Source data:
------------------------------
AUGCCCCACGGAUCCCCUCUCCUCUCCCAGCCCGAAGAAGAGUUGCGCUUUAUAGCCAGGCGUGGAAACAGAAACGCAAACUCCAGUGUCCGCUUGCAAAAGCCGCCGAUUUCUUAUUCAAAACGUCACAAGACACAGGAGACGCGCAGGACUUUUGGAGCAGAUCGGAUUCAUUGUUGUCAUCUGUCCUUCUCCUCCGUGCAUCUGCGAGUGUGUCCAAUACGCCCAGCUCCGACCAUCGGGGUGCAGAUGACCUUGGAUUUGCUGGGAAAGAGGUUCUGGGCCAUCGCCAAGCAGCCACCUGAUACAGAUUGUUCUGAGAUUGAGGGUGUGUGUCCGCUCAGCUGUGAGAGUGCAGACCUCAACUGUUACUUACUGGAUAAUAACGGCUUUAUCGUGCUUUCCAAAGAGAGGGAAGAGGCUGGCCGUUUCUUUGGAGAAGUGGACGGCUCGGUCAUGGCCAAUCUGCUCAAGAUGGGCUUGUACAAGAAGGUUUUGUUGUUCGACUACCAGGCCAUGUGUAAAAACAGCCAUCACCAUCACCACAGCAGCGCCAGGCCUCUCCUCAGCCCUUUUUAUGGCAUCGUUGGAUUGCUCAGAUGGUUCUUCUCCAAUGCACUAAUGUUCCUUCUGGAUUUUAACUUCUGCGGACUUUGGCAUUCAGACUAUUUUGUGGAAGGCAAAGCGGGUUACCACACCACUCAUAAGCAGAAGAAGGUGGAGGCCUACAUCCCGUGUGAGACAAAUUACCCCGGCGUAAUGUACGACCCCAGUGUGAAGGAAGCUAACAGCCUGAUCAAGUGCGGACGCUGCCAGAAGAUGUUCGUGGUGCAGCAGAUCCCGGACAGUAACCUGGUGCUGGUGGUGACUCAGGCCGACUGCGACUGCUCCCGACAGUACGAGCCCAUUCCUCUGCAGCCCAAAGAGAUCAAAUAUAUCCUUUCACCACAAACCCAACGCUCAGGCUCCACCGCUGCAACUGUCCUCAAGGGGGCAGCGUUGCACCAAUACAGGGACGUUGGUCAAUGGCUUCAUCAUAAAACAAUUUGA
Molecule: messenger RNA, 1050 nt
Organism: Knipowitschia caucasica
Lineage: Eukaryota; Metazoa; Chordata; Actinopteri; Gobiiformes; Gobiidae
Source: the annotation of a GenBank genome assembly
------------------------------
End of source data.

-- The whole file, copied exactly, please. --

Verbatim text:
AUGCCCCACGGAUCCCCUCUCCUCUCCCAGCCCGAAGAAGAGUUGCGCUUUAUAGCCAGGCGUGGAAACAGAAACGCAAACUCCAGUGUCCGCUUGCAAAAGCCGCCGAUUUCUUAUUCAAAACGUCACAAGACACAGGAGACGCGCAGGACUUUUGGAGCAGAUCGGAUUCAUUGUUGUCAUCUGUCCUUCUCCUCCGUGCAUCUGCGAGUGUGUCCAAUACGCCCAGCUCCGACCAUCGGGGUGCAGAUGACCUUGGAUUUGCUGGGAAAGAGGUUCUGGGCCAUCGCCAAGCAGCCACCUGAUACAGAUUGUUCUGAGAUUGAGGGUGUGUGUCCGCUCAGCUGUGAGAGUGCAGACCUCAACUGUUACUUACUGGAUAAUAACGGCUUUAUCGUGCUUUCCAAAGAGAGGGAAGAGGCUGGCCGUUUCUUUGGAGAAGUGGACGGCUCGGUCAUGGCCAAUCUGCUCAAGAUGGGCUUGUACAAGAAGGUUUUGUUGUUCGACUACCAGGCCAUGUGUAAAAACAGCCAUCACCAUCACCACAGCAGCGCCAGGCCUCUCCUCAGCCCUUUUUAUGGCAUCGUUGGAUUGCUCAGAUGGUUCUUCUCCAAUGCACUAAUGUUCCUUCUGGAUUUUAACUUCUGCGGACUUUGGCAUUCAGACUAUUUUGUGGAAGGCAAAGCGGGUUACCACACCACUCAUAAGCAGAAGAAGGUGGAGGCCUACAUCCCGUGUGAGACAAAUUACCCCGGCGUAAUGUACGACCCCAGUGUGAAGGAAGCUAACAGCCUGAUCAAGUGCGGACGCUGCCAGAAGAUGUUCGUGGUGCAGCAGAUCCCGGACAGUAACCUGGUGCUGGUGGUGACUCAGGCCGACUGCGACUGCUCCCGACAGUACGAGCCCAUUCCUCUGCAGCCCAAAGAGAUCAAAUAUAUCCUUUCACCACAAACCCAACGCUCAGGCUCCACCGCUGCAACUGUCCUCAAGGGGGCAGCGUUGCACCAAUACAGGGACGUUGGUCAAUGGCUUCAUCAUAAAACAAUUUGA
Molecule: messenger RNA, 1050 nt
Organism: Knipowitschia caucasica
Lineage: Eukaryota; Metazoa; Chordata; Actinopteri; Gobiiformes; Gobiidae
Source: the annotation of a GenBank genome assembly